The critics point to the abuses of rights-talk. I concede the abuses. But rather than concluding that we should abolish rights-talk so as to eliminate the abuses, I hold that we should heal rights-talk of the abuses. Something of enormous worth would be lost if we could no longer bring rights, and the violation of rights, to speech. The critics focus entirely on the abuses of rights-talk; they do not ask what would be lost if we threw it all out. What would be lost is our ability to bring to speech one of the two fundamental dimensions of the moral order: the recipient-dimension, the patient-dimension. To the moral status of each of us there are two dimensions, that of moral agent and that of moral patient or recipient. When we speak of duty, obligation, guilt, benevolence, virtue, rational agency, and the like, we focus on the agent-dimension; when we speak of rights and of being wronged, we focus on the recipient-dimension. To eliminate rights-talk would be to make impossible the coming to speech of the recipient-dimension of the moral order.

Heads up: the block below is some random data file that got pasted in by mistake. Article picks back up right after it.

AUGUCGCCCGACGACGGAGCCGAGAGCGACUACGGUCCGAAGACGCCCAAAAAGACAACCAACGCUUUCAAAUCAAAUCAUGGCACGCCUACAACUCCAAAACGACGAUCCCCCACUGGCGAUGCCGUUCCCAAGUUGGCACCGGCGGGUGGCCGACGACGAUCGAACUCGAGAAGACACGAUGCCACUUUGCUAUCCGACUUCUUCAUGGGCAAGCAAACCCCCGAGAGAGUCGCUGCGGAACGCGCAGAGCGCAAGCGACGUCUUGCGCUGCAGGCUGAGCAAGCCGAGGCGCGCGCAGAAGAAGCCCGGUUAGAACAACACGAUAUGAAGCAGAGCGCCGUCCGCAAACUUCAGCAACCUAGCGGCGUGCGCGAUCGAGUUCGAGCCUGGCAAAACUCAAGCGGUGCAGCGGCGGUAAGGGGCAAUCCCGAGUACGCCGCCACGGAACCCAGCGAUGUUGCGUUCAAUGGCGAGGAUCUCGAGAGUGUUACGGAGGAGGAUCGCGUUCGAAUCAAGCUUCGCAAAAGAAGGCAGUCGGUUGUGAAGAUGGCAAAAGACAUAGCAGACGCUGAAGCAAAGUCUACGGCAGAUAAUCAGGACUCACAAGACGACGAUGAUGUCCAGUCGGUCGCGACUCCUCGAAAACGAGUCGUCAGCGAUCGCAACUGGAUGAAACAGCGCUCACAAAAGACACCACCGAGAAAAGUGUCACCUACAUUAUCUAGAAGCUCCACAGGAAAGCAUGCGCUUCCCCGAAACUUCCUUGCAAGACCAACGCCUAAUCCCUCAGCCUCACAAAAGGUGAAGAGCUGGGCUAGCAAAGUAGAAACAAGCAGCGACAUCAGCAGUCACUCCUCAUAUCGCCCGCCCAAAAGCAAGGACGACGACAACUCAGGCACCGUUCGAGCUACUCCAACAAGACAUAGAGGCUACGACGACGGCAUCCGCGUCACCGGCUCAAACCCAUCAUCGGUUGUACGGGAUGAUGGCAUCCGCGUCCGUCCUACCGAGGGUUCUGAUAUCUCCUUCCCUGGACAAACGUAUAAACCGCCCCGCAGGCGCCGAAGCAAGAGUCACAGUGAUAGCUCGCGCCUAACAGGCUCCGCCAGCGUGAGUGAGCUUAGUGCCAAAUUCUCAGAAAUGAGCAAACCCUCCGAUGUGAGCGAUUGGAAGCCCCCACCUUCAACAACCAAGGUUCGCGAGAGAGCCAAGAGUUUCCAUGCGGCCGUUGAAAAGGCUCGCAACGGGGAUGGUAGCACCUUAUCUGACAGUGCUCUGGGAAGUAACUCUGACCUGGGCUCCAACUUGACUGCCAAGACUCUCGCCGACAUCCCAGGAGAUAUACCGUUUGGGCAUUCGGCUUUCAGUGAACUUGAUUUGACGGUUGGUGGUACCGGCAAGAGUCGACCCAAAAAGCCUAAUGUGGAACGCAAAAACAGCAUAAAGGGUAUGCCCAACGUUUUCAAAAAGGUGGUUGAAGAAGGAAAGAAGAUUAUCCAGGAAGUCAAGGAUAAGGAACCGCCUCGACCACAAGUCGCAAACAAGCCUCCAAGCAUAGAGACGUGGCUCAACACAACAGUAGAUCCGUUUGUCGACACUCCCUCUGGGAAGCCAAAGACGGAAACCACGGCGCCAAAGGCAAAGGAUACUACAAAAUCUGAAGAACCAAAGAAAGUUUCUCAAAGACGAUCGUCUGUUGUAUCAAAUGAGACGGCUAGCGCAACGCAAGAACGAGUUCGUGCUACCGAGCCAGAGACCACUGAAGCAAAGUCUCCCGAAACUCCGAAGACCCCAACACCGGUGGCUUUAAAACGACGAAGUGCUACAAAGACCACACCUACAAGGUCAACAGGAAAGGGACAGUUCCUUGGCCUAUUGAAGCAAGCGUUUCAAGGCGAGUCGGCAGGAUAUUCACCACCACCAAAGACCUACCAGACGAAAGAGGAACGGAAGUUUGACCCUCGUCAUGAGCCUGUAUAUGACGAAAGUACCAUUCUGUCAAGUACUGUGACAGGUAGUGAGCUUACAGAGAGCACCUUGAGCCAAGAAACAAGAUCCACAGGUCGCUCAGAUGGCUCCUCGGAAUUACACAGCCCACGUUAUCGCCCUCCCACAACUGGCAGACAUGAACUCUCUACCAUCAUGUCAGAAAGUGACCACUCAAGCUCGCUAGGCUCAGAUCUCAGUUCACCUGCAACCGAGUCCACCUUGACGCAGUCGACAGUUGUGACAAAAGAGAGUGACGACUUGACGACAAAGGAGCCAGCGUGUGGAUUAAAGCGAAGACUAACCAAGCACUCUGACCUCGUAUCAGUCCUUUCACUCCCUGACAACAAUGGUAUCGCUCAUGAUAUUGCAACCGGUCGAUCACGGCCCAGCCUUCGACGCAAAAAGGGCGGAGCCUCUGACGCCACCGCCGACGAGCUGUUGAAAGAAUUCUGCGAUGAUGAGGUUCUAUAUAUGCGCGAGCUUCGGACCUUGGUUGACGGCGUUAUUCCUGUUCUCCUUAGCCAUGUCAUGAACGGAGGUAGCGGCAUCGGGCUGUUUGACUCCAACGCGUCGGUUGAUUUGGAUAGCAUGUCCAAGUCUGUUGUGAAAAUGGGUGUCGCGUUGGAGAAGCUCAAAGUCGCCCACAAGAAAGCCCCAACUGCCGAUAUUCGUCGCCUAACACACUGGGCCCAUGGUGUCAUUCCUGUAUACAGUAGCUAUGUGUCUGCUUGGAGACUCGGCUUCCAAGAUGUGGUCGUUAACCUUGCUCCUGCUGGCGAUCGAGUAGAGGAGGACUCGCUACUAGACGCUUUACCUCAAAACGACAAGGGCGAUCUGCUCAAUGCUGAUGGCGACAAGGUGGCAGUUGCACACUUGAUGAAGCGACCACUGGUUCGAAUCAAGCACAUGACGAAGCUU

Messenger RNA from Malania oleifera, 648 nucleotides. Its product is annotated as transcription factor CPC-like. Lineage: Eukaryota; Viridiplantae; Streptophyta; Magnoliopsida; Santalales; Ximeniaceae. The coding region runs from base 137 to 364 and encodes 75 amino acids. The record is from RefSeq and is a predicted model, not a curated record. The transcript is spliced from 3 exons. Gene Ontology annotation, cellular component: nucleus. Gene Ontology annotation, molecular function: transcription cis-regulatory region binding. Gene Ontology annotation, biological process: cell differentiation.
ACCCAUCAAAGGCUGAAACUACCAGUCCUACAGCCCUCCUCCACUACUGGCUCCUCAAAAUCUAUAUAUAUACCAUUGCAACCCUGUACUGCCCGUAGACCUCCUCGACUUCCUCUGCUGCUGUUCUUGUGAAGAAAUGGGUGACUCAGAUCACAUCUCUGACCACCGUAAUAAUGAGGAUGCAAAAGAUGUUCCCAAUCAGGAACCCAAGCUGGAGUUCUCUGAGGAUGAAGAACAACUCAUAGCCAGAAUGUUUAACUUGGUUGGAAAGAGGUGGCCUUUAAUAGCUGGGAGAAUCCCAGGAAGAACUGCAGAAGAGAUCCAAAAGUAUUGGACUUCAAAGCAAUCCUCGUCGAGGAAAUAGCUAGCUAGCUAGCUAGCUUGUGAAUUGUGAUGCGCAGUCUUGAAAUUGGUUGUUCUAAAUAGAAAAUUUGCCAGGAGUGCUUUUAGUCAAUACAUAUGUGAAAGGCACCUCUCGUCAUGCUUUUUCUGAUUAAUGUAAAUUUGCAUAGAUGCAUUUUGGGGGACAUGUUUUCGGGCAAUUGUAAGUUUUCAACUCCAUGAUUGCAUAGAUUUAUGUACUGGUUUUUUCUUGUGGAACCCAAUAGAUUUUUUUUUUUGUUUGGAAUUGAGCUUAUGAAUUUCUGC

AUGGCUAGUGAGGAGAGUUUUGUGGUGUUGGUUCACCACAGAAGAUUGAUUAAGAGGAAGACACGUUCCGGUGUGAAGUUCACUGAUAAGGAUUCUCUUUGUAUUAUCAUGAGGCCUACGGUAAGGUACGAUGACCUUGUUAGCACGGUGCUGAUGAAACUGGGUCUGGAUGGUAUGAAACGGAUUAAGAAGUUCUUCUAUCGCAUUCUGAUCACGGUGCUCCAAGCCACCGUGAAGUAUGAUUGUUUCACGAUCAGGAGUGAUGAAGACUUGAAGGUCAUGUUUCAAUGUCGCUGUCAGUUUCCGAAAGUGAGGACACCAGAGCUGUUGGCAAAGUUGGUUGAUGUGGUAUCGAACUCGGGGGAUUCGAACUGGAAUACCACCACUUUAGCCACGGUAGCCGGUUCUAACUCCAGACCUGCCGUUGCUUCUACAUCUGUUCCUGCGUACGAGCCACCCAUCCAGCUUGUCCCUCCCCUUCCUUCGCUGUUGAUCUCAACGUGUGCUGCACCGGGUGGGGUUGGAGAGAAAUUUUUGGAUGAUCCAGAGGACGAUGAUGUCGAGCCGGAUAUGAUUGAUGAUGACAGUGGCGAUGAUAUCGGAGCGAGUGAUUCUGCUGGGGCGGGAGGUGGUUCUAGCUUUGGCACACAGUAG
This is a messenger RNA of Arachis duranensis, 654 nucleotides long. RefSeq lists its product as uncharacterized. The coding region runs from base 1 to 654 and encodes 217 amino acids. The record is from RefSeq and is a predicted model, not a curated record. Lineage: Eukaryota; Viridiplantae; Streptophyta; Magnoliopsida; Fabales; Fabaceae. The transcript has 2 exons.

Nick Wiolterstorff, in Justice: Rights and Wrongs